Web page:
Even in nature, water is rarely 100% pure. That means hardness may not be the only issue in your water supply. Luckily, some water conditioners come prepared to multitask with optional carbon filters. This filtration step reduces the amount of chlorine in your water, which can help address tastes and odors that might remind you of a swimming pool.
Water softeners and water conditioners are not interchangeable — so what might drive you to choose one over the other? Here are a few situations where a salt-free system might be a better fit for your home:
The biggest reason to get a salt-free conditioner is if you live in an area with brine restrictions, which means individuals and businesses aren’t allowed to drain saltwater from any source. The goal is to protect the environment, but the result is a limited list of hard water solutions like salt-based water softeners. In this case, water conditioners are the perfect compromise: They address many hard water concerns without bringing salt into the picture.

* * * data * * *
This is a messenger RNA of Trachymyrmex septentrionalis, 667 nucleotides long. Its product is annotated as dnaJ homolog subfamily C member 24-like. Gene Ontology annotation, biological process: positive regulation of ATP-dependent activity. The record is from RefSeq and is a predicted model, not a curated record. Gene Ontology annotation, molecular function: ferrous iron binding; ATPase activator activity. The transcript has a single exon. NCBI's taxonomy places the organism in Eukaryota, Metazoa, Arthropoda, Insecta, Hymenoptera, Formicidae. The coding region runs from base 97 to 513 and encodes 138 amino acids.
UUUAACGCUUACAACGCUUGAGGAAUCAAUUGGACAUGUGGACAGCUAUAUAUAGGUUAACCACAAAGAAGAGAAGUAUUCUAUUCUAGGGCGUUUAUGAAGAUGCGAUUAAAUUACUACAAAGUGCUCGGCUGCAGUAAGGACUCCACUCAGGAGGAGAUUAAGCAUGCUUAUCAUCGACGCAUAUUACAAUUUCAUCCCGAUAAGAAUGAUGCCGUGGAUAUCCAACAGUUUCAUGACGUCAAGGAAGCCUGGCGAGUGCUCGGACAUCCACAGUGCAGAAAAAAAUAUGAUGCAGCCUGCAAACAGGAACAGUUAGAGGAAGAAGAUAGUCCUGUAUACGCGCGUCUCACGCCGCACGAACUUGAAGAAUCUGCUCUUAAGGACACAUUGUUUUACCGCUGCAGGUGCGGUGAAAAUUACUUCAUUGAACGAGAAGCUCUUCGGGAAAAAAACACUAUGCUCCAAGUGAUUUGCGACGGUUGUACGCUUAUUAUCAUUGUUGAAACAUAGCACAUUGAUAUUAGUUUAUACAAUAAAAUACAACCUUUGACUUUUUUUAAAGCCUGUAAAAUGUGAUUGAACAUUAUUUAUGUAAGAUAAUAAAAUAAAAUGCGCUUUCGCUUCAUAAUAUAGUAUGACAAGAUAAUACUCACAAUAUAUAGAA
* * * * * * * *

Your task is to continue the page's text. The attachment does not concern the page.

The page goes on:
In some cases, a salt-based water softener can make your water taste and feel different. That’s because minerals like magnesium and calcium don’t exist just to cause trouble; they have both benefits and drawbacks — and by eliminating the latter, you also lose out on the former.
A water conditioner doesn’t impact your water’s taste or feel. Instead, it leaves your water as-is by changing the minerals’ structure instead of removing them entirely.
Unlike a water softener, water conditioners don’t need electricity to do their work. That means you could save a little money on your energy bill while still making scaling problems easier to address.